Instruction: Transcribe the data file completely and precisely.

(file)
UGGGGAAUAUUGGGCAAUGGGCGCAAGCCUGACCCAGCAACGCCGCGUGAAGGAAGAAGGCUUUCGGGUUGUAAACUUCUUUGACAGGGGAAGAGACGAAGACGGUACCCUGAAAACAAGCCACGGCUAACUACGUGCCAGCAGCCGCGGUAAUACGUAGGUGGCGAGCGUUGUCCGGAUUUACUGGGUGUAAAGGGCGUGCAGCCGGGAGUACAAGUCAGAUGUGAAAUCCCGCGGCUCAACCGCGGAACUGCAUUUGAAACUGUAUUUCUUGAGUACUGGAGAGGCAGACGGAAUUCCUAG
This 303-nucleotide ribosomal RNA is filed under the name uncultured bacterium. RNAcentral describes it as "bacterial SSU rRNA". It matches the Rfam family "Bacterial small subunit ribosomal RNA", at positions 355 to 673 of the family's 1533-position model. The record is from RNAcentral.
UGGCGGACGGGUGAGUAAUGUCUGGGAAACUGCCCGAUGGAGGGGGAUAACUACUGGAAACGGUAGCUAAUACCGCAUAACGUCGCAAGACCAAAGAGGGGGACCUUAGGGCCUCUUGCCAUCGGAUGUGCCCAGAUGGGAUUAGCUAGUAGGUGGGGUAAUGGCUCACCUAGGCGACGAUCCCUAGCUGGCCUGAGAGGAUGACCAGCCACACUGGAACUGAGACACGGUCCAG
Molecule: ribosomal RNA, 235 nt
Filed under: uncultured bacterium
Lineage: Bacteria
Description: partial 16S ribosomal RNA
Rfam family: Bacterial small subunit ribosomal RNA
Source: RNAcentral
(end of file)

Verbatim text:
UGGGGAAUAUUGGGCAAUGGGCGCAAGCCUGACCCAGCAACGCCGCGUGAAGGAAGAAGGCUUUCGGGUUGUAAACUUCUUUGACAGGGGAAGAGACGAAGACGGUACCCUGAAAACAAGCCACGGCUAACUACGUGCCAGCAGCCGCGGUAAUACGUAGGUGGCGAGCGUUGUCCGGAUUUACUGGGUGUAAAGGGCGUGCAGCCGGGAGUACAAGUCAGAUGUGAAAUCCCGCGGCUCAACCGCGGAACUGCAUUUGAAACUGUAUUUCUUGAGUACUGGAGAGGCAGACGGAAUUCCUAG
This 303-nucleotide ribosomal RNA is filed under the name uncultured bacterium. RNAcentral describes it as "bacterial SSU rRNA". It matches the Rfam family "Bacterial small subunit ribosomal RNA", at positions 355 to 673 of the family's 1533-position model. The record is from RNAcentral.
UGGCGGACGGGUGAGUAAUGUCUGGGAAACUGCCCGAUGGAGGGGGAUAACUACUGGAAACGGUAGCUAAUACCGCAUAACGUCGCAAGACCAAAGAGGGGGACCUUAGGGCCUCUUGCCAUCGGAUGUGCCCAGAUGGGAUUAGCUAGUAGGUGGGGUAAUGGCUCACCUAGGCGACGAUCCCUAGCUGGCCUGAGAGGAUGACCAGCCACACUGGAACUGAGACACGGUCCAG
Molecule: ribosomal RNA, 235 nt
Filed under: uncultured bacterium
Lineage: Bacteria
Description: partial 16S ribosomal RNA
Rfam family: Bacterial small subunit ribosomal RNA
Source: RNAcentral